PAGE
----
Many years ago—long before my time—my Female used one of the first computer art applications to create a photodigital interpretation of the Chota Monument from one of her original infrared photographs. The mysterious print on watercolor paper is still hanging in our home. She also printed a few cards of it at the same time. When she exhibited in local galleries, she might sell work of cute cats or cows — the monument cards never found a buyer.
Recently she mailed some of them as thank you notes. One to Dr. Monahan, our esteemed DO, who thanked my humans enthusiastically when they went to see her last, before she moves with her family to Florida to do hospital work. She will be greatly missed.
Now I quote my Female :
Not that I regret to have stayed home along with our animals. My experience was different, more clear perhaps, more an observation than an observance. I didn’t have the elaborate equipment, nor the knowledge to take a picture as featured in the electronic Swiss paper.
Interestingly, just one week earlier, we had passed very close by the spot where Timothy Easley took this fabulous shot, when we were driving toward Nashville, having spent our trip’s last night in this old and tired campground near the Land Between the Lakes. The photographer chose well; perfect location without too many screaming distractions.
My first view with the cardboard shades Donna gave me yesterday shows that the Moon is approximately 1/5 into the sun. No perceptible darkness.
It is getting darker, barely noticeable except in the house.
Verushka is staring out of the window, observing what is happening outside. Something I obviously missed.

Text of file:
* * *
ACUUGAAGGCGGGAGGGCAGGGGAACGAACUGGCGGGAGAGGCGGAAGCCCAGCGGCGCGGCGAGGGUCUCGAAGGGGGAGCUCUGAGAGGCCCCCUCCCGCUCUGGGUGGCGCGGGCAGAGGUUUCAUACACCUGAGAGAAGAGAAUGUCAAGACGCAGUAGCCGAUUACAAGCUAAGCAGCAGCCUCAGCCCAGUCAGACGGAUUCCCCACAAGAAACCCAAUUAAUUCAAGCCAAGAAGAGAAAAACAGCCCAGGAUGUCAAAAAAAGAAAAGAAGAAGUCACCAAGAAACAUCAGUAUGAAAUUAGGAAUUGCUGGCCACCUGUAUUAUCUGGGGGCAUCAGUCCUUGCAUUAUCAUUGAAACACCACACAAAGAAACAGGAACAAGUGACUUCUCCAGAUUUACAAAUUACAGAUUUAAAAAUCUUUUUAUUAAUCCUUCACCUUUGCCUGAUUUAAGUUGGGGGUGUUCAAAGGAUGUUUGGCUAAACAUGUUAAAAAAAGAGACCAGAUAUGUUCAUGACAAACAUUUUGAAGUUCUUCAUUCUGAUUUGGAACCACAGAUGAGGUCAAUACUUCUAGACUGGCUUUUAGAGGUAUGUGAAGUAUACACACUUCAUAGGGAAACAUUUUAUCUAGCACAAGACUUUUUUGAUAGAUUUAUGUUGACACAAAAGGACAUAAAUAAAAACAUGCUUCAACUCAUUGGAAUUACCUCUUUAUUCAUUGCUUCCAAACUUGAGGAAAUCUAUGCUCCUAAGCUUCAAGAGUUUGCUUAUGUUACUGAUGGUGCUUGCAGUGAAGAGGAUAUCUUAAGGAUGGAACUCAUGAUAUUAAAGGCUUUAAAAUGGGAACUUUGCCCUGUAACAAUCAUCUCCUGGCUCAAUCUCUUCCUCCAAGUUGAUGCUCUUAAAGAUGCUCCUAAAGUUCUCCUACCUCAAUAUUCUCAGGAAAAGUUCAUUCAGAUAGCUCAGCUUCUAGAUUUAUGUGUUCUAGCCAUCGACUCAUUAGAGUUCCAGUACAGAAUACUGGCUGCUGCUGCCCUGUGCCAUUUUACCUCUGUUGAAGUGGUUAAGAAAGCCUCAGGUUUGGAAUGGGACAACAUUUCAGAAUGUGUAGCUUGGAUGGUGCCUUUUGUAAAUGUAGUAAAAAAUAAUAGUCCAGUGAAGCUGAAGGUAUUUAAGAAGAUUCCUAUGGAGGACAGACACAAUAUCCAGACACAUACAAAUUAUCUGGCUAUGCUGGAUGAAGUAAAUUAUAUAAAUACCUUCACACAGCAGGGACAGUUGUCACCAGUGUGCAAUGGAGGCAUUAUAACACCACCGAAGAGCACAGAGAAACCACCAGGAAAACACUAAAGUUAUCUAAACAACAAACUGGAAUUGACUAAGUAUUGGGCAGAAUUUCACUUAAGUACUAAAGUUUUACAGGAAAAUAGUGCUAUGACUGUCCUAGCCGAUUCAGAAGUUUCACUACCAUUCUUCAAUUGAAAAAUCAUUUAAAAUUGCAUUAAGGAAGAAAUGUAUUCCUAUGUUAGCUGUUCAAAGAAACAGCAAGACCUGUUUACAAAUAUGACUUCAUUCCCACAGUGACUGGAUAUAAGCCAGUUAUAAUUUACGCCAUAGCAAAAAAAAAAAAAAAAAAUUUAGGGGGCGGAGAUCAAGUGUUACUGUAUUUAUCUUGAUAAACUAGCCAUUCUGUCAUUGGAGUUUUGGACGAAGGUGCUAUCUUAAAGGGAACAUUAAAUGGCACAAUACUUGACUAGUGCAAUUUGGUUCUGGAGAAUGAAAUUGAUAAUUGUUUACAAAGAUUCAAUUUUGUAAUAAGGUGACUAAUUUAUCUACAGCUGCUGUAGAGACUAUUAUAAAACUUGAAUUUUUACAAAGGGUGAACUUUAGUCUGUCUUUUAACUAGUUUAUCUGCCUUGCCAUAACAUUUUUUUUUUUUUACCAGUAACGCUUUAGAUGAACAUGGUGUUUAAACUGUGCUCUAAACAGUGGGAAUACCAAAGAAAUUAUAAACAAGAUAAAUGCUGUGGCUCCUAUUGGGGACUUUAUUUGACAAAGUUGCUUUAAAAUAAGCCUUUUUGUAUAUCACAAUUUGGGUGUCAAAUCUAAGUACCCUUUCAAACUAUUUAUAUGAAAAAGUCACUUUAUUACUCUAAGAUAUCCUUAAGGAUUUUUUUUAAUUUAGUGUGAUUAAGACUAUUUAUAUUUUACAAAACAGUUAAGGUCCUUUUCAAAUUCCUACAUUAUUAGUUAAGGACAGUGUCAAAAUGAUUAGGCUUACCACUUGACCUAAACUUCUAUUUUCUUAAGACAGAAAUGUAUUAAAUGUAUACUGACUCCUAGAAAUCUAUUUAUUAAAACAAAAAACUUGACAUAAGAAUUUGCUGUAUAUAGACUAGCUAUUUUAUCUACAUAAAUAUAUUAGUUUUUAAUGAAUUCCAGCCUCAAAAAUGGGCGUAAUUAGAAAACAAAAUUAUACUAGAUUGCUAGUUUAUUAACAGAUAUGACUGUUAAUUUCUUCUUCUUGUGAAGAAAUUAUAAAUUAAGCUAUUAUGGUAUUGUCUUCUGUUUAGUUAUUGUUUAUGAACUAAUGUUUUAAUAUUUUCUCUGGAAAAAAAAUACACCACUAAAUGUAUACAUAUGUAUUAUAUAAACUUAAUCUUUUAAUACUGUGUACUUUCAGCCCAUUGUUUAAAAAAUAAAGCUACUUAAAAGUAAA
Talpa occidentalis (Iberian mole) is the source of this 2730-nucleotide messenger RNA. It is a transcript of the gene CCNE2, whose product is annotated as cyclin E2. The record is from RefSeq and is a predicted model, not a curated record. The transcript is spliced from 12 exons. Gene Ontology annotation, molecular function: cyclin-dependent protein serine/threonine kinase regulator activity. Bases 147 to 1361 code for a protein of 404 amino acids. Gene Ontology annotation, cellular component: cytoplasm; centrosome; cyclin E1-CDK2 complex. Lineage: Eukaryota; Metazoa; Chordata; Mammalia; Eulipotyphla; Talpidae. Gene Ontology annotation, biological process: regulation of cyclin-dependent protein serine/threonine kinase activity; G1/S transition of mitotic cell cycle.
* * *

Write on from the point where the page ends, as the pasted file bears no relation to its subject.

The sun is now like a crescent moon, the temperature dropped about 2 degrees. The sky is clear of clouds, it somewhat resembles full sunshine, but it feels insipid, as if someone had turned down a big dimmer switch.Photograph © 2017 Mignon Naegeli
I’m going outside with my iPhone and the cardboard glasses and try to redo some of the pictures I took earlier with the iPad. Change in shadows is very noticeable.Little light remains for solar panels – Photograph © 2017 Mignon Naegeli
The darkest period lasted just a few seconds. At first, the butterflies left the flowers, flying on an uncertain path, aiming higher, towards the shady trees. The solar cells on the house looked lifeless, but the sky never turned totally dark.
A few birds were still at the feeder moments before dawn. Then suddenly there was no animal sound — some excited shrill voices down in the neighborhood. It never was really dark, no way the predicted 99 percent. I could see the crescent getting tiny but the perfect pictures, I had to watch on TV, were taken by a stranger in the boonies of Kentucky.